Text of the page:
Click below for more: 
Organize Organic Item Assortment/Promotion
Acknowledge Customers’ Willful Ignorance

Thursday, May 21, 2015

Gambol with Gambled Price Discounts

The trouble in giving deep discounts on items is that it devalues the items for when you return to normal pricing. With the ultimate deep discount—free—you may very well attract lots of takers, but those takers probably won’t fully appreciate what they’re getting. Researchers at Monash University in Australia find that consumers have an easier time recognizing the value of a big discount when charged even a token price than when getting it for free.
     Now researchers at Ruhr University Bochum and University of Stuttgart are proposing a method they believe will carry the draw of a deep discount without the danger of item devaluation. It works best in those circumstances where the shopper lacks sufficient information or attention to relate higher prices to higher quality. The researchers call their method Gambled Price Discounting (GPD): To receive the discount, the shopper must win at a game of chance. The “scratch-off ticket” promotions used by many retailers are a form of GPD.
     When you tell customers they’re receiving a price discount, they’ll build good will toward your store. If you add that the discount isn’t available to every other customer, the good will might be even greater. But do be aware that your announcement could make the customer uncomfortable. Loyal customers often believe they deserve better odds. Be consistent and ready to explain the reason for the discount. Otherwise, the customer can get angry, thinking that your store pricing is highly arbitrary or even discriminatory. For American consumers, make the reason demographic (“A 10% discount to senior citizens”) or marketing-determined (“A 10% discount to first-time purchasers”). With GPD, the reason becomes, “You won!”
     In the Ruhr/Stuttgart studies, which tracked shoppers’ behavior in actual retail stores over an extended period of time, GPD effectiveness didn’t depend on the shopper’s actual probability of winning. But other research indicates that the perceived probability of winning makes a difference. Consumers who feel they beat higher odds are more interested in using the discount.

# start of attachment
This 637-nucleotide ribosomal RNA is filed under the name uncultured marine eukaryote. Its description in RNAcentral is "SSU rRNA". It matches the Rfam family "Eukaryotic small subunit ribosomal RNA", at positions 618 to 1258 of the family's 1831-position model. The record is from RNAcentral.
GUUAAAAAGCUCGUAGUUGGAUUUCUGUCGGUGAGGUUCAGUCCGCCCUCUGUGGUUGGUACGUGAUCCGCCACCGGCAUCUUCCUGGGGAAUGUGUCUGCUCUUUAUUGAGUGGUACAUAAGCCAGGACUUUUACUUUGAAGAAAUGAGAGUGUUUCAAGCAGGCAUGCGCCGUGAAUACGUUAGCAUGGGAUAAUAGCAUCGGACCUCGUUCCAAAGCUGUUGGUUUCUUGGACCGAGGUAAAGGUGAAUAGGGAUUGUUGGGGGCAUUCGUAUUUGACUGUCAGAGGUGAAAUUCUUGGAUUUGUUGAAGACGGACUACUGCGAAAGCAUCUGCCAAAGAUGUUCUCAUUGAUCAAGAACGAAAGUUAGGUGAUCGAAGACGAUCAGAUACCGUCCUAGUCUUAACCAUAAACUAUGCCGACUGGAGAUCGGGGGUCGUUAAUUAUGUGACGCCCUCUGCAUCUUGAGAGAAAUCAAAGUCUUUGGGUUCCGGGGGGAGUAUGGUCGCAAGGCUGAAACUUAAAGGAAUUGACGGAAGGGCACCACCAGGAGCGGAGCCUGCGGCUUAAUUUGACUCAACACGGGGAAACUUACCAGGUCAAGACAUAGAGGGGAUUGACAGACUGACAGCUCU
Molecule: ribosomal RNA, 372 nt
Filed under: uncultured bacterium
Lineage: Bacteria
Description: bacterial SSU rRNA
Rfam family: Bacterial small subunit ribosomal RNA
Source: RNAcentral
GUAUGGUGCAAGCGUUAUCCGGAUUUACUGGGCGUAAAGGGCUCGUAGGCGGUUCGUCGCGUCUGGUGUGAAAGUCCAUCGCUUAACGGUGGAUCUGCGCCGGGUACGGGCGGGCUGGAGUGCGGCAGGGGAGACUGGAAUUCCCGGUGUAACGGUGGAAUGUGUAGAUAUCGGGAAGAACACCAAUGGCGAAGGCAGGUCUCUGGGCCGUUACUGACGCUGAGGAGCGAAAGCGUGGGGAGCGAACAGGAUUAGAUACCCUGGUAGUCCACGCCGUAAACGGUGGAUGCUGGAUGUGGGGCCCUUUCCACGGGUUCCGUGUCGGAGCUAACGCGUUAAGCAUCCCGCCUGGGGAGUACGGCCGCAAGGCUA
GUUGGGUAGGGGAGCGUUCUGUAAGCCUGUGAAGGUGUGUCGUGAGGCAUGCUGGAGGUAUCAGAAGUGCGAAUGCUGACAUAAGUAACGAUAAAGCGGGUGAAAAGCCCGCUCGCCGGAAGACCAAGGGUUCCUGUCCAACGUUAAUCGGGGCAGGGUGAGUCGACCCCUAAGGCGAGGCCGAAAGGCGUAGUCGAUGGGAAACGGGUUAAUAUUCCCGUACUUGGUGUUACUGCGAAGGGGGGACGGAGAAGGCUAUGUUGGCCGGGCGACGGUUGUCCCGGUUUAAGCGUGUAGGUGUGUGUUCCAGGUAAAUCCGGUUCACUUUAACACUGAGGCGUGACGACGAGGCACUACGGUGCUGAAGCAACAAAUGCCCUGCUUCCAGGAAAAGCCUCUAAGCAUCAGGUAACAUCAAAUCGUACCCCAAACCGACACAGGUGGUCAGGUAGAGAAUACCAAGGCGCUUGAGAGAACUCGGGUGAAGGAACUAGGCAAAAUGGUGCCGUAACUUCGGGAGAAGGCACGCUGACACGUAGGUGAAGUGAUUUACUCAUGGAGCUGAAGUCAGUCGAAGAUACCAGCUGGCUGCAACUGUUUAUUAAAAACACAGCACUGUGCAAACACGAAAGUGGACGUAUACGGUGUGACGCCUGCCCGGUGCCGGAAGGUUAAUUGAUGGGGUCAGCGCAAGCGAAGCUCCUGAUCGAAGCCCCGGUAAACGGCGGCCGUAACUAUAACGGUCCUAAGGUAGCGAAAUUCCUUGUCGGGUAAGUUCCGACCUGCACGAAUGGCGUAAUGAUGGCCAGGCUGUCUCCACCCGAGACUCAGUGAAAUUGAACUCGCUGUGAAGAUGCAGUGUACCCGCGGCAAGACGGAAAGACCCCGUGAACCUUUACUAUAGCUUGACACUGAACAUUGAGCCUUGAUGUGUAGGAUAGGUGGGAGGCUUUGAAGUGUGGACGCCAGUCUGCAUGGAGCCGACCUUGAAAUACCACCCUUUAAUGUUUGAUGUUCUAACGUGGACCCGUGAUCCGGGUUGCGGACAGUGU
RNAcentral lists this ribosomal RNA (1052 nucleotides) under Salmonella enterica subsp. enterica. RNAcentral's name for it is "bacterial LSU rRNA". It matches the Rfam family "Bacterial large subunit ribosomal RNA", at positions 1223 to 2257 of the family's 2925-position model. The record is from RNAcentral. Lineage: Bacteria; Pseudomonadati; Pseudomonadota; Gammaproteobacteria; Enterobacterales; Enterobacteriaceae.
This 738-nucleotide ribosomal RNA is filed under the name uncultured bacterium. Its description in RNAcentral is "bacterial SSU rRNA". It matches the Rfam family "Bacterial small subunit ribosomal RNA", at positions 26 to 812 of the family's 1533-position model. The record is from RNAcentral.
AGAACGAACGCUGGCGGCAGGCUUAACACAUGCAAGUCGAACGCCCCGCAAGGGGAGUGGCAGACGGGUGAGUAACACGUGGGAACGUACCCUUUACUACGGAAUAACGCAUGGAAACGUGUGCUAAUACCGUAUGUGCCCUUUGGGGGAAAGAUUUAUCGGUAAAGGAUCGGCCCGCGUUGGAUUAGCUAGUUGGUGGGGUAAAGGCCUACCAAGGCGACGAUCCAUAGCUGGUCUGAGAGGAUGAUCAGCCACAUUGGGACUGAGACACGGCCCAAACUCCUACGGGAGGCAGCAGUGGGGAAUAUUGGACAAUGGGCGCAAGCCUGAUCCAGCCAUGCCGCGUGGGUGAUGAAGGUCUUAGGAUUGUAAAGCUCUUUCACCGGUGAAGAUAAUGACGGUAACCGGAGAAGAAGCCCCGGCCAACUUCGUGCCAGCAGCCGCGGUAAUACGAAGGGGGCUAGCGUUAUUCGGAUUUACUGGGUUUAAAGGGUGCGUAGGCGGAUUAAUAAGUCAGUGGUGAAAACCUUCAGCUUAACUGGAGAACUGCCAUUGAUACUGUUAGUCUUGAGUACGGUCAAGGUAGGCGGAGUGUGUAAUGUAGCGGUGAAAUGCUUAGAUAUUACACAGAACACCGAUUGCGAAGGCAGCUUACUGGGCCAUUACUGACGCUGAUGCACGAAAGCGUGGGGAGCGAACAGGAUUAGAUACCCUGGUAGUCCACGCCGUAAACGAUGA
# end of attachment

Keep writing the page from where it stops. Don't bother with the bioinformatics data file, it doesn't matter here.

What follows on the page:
Even though the GPD tactic overcomes the devaluation effect of deep discounts, you’re still wise to keep the discounts in the range of 20% to 30%. The frequency with which the shopper sees low prices influences a store’s price image more than does the amounts by which prices are lower. The Ruhr/Stuttgart researchers found that the GPD effectiveness held up as well with modest as with high discount percentages.

For your profitability: Sell Well: What Really Moves Your Shoppers

Click below for more: 
Strengthen the Price-Quality Link
Excite Shoppers with “100% Off” Sales
Follow Big Discounts with Smaller Discounts
Show Devoted Customers How to Get Lucky
Mug for Shoppers Who Buy Distinction
Sharpen Your Price Image

Monday, May 18, 2015

Question Dulled Shoppers

“A RIMtailing post that will improve your retail profitability?”
     What are the circumstances under which my putting a question mark at the end of that sentence lends persuasiveness? On the other hand, consider the circumstances in which it would be better for me to make my point by using a period, as in, “A RIMtailing post that will improve your retail profitability.”
     Researchers at Boston College say it has to do with shopper arousal.
     For a field study in a supermarket, at certain times the background music was a highly stimulating Felix Mendelssohn composition, and at the other times, the music might legitimately be called a sedate Felix Mendelssohn piece. In the produce section, the researchers had positioned an electronic sign. The sign display was switched between reading “Berries?” and reading “Berries.” The sales of strawberry boxes were tracked.
     Of the people shopping in the presence of the highly stimulating music, 31% bought the berries after seeing the question mark signage, compared to 58% who made the purchase after seeing the signage with the period. Of the people shopping in the presence of the low-stimulation music, 56% bought the berries after exposure to the question mark, while 38% did after exposure to the period. On balance, shoppers aroused by the music were moved to buy by the period, and shoppers dulled by the music were stimulated to purchase by the question mark.
     The researchers attribute these findings to an evolutionary predisposition. Our brains drive us to be curious when we’re feeling safe from intrusion, and questions trigger curiosity. When we’re highly aroused, our brains prefer the certainty of statements.
     Rhetorical questions lie between statements and standard questions. These are generally yes/no question to which the answer is felt to be so obvious that no reply is necessary. Examples include “Wouldn’t it be fun to have this couch in your living room by tonight?,” and “Do you want to miss this wonderful opportunity?” Researchers at University of Minnesota and Ohio State University find that rhetorical questions work only with customers who are already feeling favorable toward making the purchase.
     When nagging doubts remain with shoppers, rhetorical questions make them feel boxed in. There’s a high risk they’ll conclude that you are trying to manipulate them, and they will want to escape from the purchase. You'll lose the sale.

For your profitability: Sell Well: What Really Moves Your Shoppers

Click below for more: 
Use Closed-Ended Questions Selectively